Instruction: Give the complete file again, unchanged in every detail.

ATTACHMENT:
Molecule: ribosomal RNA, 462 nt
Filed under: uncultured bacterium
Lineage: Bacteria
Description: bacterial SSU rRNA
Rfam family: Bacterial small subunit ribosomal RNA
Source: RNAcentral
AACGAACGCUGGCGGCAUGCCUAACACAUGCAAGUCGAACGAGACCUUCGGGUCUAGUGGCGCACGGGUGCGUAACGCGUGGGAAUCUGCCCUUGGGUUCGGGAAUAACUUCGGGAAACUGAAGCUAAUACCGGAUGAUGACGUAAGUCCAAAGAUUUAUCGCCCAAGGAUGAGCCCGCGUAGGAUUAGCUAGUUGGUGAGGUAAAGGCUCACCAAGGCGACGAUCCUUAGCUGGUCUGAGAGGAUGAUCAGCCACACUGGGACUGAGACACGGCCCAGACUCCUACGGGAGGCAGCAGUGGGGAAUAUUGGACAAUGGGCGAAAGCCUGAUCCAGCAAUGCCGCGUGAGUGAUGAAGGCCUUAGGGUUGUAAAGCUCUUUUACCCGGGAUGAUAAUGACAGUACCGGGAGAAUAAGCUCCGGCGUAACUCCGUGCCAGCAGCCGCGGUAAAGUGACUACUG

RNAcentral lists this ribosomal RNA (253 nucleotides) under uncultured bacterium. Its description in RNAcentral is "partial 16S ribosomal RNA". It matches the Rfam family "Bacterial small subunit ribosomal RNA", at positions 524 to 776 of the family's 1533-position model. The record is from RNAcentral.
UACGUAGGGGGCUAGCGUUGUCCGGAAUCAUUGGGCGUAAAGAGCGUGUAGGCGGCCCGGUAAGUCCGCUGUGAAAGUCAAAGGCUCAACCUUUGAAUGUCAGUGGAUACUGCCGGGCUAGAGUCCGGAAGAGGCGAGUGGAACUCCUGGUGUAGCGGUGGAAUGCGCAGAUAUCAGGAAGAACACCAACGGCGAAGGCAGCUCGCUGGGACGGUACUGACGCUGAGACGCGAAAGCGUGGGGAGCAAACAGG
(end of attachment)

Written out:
Molecule: ribosomal RNA, 462 nt
Filed under: uncultured bacterium
Lineage: Bacteria
Description: bacterial SSU rRNA
Rfam family: Bacterial small subunit ribosomal RNA
Source: RNAcentral
AACGAACGCUGGCGGCAUGCCUAACACAUGCAAGUCGAACGAGACCUUCGGGUCUAGUGGCGCACGGGUGCGUAACGCGUGGGAAUCUGCCCUUGGGUUCGGGAAUAACUUCGGGAAACUGAAGCUAAUACCGGAUGAUGACGUAAGUCCAAAGAUUUAUCGCCCAAGGAUGAGCCCGCGUAGGAUUAGCUAGUUGGUGAGGUAAAGGCUCACCAAGGCGACGAUCCUUAGCUGGUCUGAGAGGAUGAUCAGCCACACUGGGACUGAGACACGGCCCAGACUCCUACGGGAGGCAGCAGUGGGGAAUAUUGGACAAUGGGCGAAAGCCUGAUCCAGCAAUGCCGCGUGAGUGAUGAAGGCCUUAGGGUUGUAAAGCUCUUUUACCCGGGAUGAUAAUGACAGUACCGGGAGAAUAAGCUCCGGCGUAACUCCGUGCCAGCAGCCGCGGUAAAGUGACUACUG

RNAcentral lists this ribosomal RNA (253 nucleotides) under uncultured bacterium. Its description in RNAcentral is "partial 16S ribosomal RNA". It matches the Rfam family "Bacterial small subunit ribosomal RNA", at positions 524 to 776 of the family's 1533-position model. The record is from RNAcentral.
UACGUAGGGGGCUAGCGUUGUCCGGAAUCAUUGGGCGUAAAGAGCGUGUAGGCGGCCCGGUAAGUCCGCUGUGAAAGUCAAAGGCUCAACCUUUGAAUGUCAGUGGAUACUGCCGGGCUAGAGUCCGGAAGAGGCGAGUGGAACUCCUGGUGUAGCGGUGGAAUGCGCAGAUAUCAGGAAGAACACCAACGGCGAAGGCAGCUCGCUGGGACGGUACUGACGCUGAGACGCGAAAGCGUGGGGAGCAAACAGG